Rooting Out Insider Threats Among DHS’ Top Priorities, Execs Say
The Department of Homeland Security’s information technology needs in 2014 will be driven by trends such as big data analytics, the ubiquity of mobile devices and a new emphasis on finding insider threats, executives who work closely with DHS say.
Cloud computing, social media and the need for more cybersecurity are other trends that will fuel IT acquisition in the department, said Tony Celeste, director of U.S. civilian agencies at Brocade, which provides network services.
The department needs to take advantage of these trends in a time when its budgets are being scrutinized heavily, he said.
Like the Defense Department, DHS is in the process of consolidating data centers to save funding and create efficiencies.
It’s new Data Center 1 and Data Center 2 complexes are intended to provide services to the 22 component agencies.
“Not all 22 are taking advantage of this, but they are rapidly starting to adapt and move applications into this world instead of doing their own,” Celeste said.
The relatively new department brought networks from its almost two dozen legacy agencies into the mix, and work will continue at making them more efficient, he said.
Market research the company has carried out shows that 79 percent of federal IT managers believe that forces such as thin-client mobile devices, cloud computing and cybersecurity needs will place larger burdens on their networks. An almost equal percentage of respondents said they don’t have the capacity to handle it, Celeste said.
“The traditional networking infrastructure with its hierarchies are not capable of supporting today’s requirements and future requirements that are going to be placed on the network,” he said.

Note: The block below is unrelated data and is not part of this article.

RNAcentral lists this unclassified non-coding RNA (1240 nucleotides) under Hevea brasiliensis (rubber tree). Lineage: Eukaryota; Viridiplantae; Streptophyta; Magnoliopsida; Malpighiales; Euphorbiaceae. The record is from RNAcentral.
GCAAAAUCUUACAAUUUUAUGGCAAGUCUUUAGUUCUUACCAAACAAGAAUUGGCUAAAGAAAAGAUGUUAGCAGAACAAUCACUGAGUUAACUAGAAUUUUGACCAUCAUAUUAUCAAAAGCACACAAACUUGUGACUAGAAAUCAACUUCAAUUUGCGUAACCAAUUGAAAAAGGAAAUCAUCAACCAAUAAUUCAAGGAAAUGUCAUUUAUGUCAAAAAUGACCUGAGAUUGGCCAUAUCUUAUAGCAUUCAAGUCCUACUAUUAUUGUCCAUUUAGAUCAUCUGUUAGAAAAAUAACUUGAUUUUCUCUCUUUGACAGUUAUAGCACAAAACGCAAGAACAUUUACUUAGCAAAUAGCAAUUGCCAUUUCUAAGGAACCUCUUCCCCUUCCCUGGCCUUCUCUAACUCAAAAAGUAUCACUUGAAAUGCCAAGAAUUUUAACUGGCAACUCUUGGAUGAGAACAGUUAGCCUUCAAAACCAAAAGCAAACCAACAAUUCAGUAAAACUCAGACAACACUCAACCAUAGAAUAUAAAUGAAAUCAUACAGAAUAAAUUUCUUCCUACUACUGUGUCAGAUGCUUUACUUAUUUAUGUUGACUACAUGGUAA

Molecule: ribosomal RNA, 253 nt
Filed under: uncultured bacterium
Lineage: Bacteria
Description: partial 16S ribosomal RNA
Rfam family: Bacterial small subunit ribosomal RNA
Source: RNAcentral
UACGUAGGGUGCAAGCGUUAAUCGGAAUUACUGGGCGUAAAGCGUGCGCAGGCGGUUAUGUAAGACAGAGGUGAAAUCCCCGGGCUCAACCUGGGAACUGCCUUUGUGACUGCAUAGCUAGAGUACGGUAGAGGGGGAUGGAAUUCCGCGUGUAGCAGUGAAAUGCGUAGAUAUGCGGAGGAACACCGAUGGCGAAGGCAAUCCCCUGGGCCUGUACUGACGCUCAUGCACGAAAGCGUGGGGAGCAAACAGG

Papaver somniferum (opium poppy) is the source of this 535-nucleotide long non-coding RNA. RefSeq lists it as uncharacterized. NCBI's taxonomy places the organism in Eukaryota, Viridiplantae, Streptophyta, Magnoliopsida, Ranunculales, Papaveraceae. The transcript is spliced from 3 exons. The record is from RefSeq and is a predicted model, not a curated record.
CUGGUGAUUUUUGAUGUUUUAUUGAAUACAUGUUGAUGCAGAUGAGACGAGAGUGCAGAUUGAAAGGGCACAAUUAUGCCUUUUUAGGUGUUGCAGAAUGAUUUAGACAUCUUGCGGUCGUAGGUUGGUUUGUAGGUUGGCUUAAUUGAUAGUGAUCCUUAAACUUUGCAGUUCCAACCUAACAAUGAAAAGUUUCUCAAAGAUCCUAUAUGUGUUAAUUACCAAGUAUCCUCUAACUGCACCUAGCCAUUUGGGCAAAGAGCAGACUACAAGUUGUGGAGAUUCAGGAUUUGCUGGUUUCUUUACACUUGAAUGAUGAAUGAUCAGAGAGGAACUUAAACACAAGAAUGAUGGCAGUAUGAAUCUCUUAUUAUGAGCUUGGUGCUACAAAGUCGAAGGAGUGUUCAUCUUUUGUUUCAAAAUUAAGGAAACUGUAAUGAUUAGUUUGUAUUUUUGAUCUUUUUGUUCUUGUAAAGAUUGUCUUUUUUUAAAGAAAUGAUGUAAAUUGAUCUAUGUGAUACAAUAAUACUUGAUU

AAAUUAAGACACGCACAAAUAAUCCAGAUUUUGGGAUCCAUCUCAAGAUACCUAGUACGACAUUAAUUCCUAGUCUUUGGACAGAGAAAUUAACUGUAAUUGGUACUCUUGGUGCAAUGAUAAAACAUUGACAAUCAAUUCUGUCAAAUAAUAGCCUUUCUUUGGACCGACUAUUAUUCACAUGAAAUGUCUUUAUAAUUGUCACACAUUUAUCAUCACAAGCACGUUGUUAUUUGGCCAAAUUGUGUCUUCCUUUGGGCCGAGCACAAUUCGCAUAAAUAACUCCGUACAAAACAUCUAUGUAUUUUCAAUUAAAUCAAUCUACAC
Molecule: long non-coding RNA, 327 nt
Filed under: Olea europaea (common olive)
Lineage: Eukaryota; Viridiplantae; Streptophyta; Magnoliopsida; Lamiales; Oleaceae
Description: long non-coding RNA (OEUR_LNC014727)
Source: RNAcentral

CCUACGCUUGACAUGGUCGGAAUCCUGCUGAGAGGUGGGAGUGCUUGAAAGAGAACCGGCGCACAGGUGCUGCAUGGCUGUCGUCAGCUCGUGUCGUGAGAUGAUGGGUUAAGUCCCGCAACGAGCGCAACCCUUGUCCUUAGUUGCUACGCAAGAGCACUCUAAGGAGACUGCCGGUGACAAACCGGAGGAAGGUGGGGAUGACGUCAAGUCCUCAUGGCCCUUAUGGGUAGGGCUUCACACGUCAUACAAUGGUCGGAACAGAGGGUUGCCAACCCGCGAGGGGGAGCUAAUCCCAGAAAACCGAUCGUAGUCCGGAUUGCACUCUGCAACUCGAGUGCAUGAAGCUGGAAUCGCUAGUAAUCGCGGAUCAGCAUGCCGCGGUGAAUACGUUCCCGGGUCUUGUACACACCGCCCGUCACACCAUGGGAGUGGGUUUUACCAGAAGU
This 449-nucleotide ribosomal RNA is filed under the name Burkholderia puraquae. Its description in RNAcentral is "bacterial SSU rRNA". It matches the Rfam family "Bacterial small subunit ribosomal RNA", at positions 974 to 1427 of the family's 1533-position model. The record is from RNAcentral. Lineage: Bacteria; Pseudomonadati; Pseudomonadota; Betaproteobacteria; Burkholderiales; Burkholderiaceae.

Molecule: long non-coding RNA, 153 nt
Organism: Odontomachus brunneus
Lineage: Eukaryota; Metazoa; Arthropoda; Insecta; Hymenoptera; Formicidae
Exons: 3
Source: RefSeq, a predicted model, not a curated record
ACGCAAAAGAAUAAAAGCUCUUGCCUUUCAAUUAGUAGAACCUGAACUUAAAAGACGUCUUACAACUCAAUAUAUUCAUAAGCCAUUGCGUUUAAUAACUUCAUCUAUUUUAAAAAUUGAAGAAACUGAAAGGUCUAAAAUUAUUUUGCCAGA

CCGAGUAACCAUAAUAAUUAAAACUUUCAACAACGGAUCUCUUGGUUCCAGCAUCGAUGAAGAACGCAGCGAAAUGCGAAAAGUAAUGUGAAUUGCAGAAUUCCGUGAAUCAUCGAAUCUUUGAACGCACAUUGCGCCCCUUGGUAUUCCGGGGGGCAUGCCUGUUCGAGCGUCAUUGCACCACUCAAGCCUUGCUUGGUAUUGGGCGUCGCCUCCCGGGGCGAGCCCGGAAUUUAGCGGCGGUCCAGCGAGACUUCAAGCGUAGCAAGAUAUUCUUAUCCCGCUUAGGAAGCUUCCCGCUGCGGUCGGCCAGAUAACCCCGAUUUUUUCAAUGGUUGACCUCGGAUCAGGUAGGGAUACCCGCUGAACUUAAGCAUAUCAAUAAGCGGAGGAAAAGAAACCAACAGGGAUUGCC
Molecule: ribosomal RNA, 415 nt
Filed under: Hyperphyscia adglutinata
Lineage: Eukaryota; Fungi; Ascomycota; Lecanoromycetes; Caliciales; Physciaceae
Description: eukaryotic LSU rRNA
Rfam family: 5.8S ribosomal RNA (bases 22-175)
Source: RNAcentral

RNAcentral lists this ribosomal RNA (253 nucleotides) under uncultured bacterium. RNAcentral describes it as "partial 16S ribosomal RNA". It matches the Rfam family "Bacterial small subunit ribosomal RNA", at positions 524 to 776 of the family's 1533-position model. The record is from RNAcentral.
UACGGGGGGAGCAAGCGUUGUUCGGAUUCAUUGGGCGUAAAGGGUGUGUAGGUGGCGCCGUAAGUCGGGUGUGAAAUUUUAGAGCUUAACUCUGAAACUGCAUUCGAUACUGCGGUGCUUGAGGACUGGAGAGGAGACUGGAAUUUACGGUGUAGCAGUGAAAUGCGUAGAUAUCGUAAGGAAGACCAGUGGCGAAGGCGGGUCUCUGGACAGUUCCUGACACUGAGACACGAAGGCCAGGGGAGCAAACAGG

Brocade is offering two products, ethernet fabric and software defined networks that are intended to “flatten out networks” so they are less dependant on hardware such as switches, routers and controllers.
Paul Christman, vice president of public sector at Dell Software, said his DHS customers are telling him that they are concerned about insider threats in the wake of the Edward Snowden and Bradley Manning cases.
Big data analytics and social media will be used for a more holistic approach to finding data leaks, he said. It is not only cyberespionage being conducted by foreign intelligence services, but rogue insiders, that will drive IT security trends in 2014, he predicted.
There will be an emphasis on behaviors of individuals rather than enforcing policies, he said.
That may mean DHS watching the Internet habits of its employees both at work and in their private lives, and on nongovernment issued mobile devices.
This is raising a host of policy and privacy issues within DHS that leaders are tackling now, he said.
“I think they are on the right path,” he said.
The idea is to look at these habits and predict and possibly prevent the next data leak, he said. Employees who have high-level security clearances do have to submit to a certain amount of scrutiny into their personal lives, he noted.
Celeste added that mobility will require more encryption “on the edge,” meaning in devices such as smartphones and tablets.
Everything from cars to televisions are being hooked up to the Internet, he noted.
“That dependency is a risk from a security standpoint,” he added.